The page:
Baiting is feeding. The same issues apply, along with the potential to increase conflicts among hunters.

Where baiting occurs, the fair chase hunter in the same area gets a bum deal.

When I was a kid, my dad would say, “Let’s go hunting.”

He never said, “Let’s go kill a buck.”

We tracked deer, ate fried Spam sandwiches on rock outcroppings with binoculars around our necks. We marveled at ravens frolicking in the air and so many other things that had to do with hunting, often without killing anything.

One of my fondest hunting memories is the day my dad let me drive the Jeep through the fence gate he’d just opened.

His point was that sport hunting should always be about more than killing.

He knew how to salvage the worst day of hunting by following tracks, exploring new ground or ventilating pop cans with the .22 rifle we always had with us.

Feeding or even baiting might be a wildlife management necessity in some cases, but it should not be the routine.

With potentially catastrophic threats such as chronic wasting disease knocking at Idaho’s door and increasing occurrence of elk hoof disease in Western Washington, the state should avoid concentrating wildlife whenever possible.

If luring game to youth, seniors and disabled becomes the overriding reason to continue the practice of baiting for deer and elk in Washington, then restrict it to those groups only.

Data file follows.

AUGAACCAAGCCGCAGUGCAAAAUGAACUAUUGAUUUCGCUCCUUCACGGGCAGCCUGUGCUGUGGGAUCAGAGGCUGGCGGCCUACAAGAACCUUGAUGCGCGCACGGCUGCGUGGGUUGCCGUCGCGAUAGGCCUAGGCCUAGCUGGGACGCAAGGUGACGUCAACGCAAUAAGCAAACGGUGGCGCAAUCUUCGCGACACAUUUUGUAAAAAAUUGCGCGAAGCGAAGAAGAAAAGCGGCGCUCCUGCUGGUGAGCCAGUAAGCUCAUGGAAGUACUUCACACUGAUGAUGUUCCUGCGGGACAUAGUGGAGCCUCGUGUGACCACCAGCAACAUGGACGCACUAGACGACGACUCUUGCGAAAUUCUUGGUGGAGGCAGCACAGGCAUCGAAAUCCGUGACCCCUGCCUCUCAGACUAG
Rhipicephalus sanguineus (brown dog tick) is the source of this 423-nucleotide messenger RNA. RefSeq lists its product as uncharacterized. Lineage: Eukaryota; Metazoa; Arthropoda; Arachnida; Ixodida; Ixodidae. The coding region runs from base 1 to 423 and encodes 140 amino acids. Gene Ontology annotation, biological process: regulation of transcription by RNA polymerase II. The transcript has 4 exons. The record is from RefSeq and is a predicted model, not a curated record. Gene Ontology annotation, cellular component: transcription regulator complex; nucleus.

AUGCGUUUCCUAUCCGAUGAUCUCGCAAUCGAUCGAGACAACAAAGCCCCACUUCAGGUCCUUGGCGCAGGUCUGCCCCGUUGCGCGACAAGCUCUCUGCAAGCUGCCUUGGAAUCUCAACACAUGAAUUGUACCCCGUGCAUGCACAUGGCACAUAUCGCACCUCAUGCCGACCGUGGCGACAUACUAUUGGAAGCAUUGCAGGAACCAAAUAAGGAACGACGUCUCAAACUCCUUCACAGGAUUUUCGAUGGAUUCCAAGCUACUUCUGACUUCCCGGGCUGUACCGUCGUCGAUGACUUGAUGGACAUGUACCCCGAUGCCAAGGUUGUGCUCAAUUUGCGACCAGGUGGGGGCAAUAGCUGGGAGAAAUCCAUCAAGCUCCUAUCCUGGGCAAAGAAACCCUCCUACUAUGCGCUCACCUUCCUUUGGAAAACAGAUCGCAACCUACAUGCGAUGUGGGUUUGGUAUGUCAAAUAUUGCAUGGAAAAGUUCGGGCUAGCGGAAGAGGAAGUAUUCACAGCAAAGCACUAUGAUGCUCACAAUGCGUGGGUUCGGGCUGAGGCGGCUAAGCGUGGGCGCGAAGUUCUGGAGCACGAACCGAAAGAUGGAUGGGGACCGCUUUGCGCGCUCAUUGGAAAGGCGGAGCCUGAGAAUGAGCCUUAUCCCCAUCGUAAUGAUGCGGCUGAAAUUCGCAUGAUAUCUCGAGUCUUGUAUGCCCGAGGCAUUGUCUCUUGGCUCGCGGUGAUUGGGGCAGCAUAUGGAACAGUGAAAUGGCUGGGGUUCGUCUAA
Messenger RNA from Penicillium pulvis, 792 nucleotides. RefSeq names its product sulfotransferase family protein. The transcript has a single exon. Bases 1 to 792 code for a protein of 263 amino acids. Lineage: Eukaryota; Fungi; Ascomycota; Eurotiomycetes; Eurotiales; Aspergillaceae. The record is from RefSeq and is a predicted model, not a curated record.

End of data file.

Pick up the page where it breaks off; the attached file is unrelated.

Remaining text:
In the case of disabled, allow baiting only for hunters confined to a wheelchair, otherwise the category of “disabled” has become too broad for a blanket exemption.

A baiting permit system could be arranged to take care of special situations ranging from youth hunts to suburban big-game population management.

I shot my first deer at the age of 10 with the aid of my dad.

He’d scoped out deer movements for a couple weeks before putting me behind a stump with a good view of a deer escape route. His plan was to circle around a mile or so and drop down into the draw and hunt his way back to me.

He moved deer my direction as he went, enough to get my heart pumping on more than one occasion.

But the strategy failed the first time, and the second time and the third.

We came back. We refined my stand placement and his driving technique like a basketball team adjusting to a crushing zone defense for the second half of the game.

The success in finally bagging a deer was much sweeter, with many more lessons learned, than if I had enjoyed instant success.

This is just one of many ways hunters bag their game without resorting to bait.

The commission should make the right call and join Idaho, Montana and most other Western states in prohibiting bait for hunting deer and elk.

That decision would make some people angry, but the majority would applaud.

Enforcement would be tough for a few years, but ultimately fair chase would be the standard.

Success rates would drop for some hunters, but the odds likely would improve for others who have been impacted by baiters.

Fair chase broadens the scope of what it means to be a successful hunter.

It reopens the door to being a woodsman rather than a candy man.